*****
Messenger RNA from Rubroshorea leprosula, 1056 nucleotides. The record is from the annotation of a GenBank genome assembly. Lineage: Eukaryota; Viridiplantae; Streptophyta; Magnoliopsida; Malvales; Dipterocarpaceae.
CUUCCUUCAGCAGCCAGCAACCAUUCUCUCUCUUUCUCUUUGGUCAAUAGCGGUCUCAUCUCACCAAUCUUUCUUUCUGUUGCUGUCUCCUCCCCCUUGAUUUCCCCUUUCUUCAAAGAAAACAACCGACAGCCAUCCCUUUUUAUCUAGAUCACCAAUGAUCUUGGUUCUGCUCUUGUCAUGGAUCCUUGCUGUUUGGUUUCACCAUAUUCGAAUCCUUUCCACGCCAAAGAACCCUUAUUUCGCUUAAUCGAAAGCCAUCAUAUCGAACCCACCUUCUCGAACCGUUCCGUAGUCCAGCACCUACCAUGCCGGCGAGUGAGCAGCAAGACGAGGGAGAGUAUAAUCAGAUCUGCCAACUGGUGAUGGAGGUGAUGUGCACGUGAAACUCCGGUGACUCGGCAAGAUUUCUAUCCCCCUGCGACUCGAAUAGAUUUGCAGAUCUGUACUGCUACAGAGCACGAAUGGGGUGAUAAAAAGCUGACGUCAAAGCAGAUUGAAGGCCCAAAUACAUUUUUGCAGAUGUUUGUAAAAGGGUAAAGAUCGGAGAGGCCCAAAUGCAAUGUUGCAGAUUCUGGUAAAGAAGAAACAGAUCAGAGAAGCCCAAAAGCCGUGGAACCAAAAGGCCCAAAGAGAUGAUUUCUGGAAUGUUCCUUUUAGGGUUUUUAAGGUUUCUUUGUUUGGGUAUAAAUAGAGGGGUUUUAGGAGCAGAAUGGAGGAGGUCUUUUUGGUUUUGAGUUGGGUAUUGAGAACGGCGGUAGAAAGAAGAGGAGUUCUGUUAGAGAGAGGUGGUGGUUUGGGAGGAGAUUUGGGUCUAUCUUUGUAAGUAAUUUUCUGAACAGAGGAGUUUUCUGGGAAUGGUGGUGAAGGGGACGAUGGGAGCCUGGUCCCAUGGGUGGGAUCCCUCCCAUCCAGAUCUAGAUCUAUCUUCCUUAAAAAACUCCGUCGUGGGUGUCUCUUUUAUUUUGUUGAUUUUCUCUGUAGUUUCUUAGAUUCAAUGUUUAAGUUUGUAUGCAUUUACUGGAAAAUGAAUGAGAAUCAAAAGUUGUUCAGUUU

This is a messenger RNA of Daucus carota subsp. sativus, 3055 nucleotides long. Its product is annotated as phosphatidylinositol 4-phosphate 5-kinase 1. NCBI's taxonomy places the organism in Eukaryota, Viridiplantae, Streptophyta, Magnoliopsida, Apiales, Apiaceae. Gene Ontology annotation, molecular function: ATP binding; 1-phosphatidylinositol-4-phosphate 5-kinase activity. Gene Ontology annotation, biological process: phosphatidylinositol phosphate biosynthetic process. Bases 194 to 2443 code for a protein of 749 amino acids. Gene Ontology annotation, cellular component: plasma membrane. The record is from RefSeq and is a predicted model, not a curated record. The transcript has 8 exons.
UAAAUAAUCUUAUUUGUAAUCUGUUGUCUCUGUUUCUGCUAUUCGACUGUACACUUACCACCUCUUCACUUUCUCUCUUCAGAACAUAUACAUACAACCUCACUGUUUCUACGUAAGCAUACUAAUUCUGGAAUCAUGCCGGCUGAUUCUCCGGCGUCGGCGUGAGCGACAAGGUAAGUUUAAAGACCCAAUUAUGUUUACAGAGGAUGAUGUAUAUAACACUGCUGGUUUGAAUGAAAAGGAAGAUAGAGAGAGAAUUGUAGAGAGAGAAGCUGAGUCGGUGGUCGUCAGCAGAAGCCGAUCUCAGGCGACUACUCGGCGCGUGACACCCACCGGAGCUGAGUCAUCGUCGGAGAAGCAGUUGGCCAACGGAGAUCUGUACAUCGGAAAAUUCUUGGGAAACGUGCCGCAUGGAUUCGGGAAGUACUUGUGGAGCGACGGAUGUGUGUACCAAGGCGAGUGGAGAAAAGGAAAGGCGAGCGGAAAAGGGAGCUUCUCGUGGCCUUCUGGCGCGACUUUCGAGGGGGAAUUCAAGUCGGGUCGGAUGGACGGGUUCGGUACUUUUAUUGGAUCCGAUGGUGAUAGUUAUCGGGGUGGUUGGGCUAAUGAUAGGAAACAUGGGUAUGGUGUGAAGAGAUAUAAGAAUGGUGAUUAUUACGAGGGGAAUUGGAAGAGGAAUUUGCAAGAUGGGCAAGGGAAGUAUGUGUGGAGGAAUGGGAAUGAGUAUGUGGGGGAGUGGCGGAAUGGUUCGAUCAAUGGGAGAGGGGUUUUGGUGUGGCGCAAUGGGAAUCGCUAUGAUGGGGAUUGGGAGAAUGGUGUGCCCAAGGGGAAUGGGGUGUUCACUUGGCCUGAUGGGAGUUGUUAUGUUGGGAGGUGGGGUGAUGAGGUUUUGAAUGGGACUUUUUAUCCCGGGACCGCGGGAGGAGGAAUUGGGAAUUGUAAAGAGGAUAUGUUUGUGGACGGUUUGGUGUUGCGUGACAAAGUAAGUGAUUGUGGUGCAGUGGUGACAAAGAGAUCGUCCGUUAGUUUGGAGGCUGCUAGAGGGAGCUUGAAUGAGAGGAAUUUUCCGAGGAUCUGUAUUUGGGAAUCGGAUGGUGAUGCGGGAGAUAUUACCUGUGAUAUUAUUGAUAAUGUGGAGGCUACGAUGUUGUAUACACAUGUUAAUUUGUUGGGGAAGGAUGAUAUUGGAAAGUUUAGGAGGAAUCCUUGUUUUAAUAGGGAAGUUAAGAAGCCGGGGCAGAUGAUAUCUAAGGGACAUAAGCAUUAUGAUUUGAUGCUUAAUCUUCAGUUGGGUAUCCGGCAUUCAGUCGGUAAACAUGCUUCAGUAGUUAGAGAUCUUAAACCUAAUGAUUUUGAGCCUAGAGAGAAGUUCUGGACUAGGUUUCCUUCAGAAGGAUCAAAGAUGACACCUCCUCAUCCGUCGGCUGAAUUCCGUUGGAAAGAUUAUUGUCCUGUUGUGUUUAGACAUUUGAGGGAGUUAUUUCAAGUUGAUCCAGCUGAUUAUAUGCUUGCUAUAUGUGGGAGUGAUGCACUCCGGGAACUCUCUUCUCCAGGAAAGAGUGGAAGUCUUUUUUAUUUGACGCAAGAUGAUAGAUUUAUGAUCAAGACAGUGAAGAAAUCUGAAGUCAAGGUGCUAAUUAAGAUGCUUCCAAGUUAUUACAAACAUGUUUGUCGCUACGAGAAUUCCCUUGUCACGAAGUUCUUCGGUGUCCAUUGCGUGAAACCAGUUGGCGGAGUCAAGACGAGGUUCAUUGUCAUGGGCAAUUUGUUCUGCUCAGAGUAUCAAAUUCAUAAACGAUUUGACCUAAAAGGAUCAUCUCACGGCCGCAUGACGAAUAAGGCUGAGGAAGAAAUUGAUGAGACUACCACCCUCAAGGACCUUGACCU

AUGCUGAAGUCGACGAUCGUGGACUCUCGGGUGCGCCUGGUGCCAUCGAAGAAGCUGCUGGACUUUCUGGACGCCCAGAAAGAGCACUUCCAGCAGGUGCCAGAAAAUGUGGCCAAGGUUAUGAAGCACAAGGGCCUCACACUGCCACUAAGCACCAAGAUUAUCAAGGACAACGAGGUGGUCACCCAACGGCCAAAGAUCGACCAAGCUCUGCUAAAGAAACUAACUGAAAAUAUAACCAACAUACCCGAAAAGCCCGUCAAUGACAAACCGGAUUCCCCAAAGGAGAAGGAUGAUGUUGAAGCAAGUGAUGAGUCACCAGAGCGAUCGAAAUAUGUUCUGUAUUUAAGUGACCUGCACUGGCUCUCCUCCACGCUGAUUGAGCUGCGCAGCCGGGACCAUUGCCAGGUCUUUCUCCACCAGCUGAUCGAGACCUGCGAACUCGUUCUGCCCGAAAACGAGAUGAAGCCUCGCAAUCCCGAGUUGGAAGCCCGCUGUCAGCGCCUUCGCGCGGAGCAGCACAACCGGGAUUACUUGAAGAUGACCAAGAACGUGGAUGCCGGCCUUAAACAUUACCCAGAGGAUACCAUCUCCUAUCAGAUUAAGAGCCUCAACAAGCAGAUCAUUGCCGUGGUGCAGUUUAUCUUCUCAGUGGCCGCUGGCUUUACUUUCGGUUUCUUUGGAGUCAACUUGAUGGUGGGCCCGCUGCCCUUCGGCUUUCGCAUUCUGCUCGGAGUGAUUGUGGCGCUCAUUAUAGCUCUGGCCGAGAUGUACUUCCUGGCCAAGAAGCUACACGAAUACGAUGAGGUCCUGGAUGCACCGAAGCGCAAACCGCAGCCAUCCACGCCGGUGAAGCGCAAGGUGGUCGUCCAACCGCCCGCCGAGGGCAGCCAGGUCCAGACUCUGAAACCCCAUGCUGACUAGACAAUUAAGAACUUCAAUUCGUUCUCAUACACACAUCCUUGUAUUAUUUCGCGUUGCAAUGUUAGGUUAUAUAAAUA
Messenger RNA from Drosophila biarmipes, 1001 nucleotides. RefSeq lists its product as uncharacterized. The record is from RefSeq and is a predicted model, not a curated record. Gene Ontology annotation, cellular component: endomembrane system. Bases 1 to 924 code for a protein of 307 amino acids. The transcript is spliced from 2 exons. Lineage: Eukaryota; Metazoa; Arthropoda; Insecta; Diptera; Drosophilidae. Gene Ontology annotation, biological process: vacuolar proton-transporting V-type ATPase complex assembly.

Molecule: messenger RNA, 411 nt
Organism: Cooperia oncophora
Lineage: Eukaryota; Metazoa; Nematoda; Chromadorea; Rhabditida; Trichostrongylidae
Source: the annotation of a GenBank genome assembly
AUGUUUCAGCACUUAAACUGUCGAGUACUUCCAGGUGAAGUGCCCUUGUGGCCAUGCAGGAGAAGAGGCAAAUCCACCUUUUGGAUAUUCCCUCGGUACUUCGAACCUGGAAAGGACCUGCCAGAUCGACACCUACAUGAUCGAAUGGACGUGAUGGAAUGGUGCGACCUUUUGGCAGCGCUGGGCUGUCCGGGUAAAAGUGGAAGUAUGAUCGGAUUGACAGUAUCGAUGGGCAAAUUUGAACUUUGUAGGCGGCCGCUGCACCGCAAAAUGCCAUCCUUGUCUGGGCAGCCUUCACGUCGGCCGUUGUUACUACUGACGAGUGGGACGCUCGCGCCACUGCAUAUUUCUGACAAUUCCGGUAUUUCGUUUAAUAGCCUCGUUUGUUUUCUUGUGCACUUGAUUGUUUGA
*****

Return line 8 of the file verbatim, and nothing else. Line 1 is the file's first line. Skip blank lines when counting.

Organism: Cooperia oncophora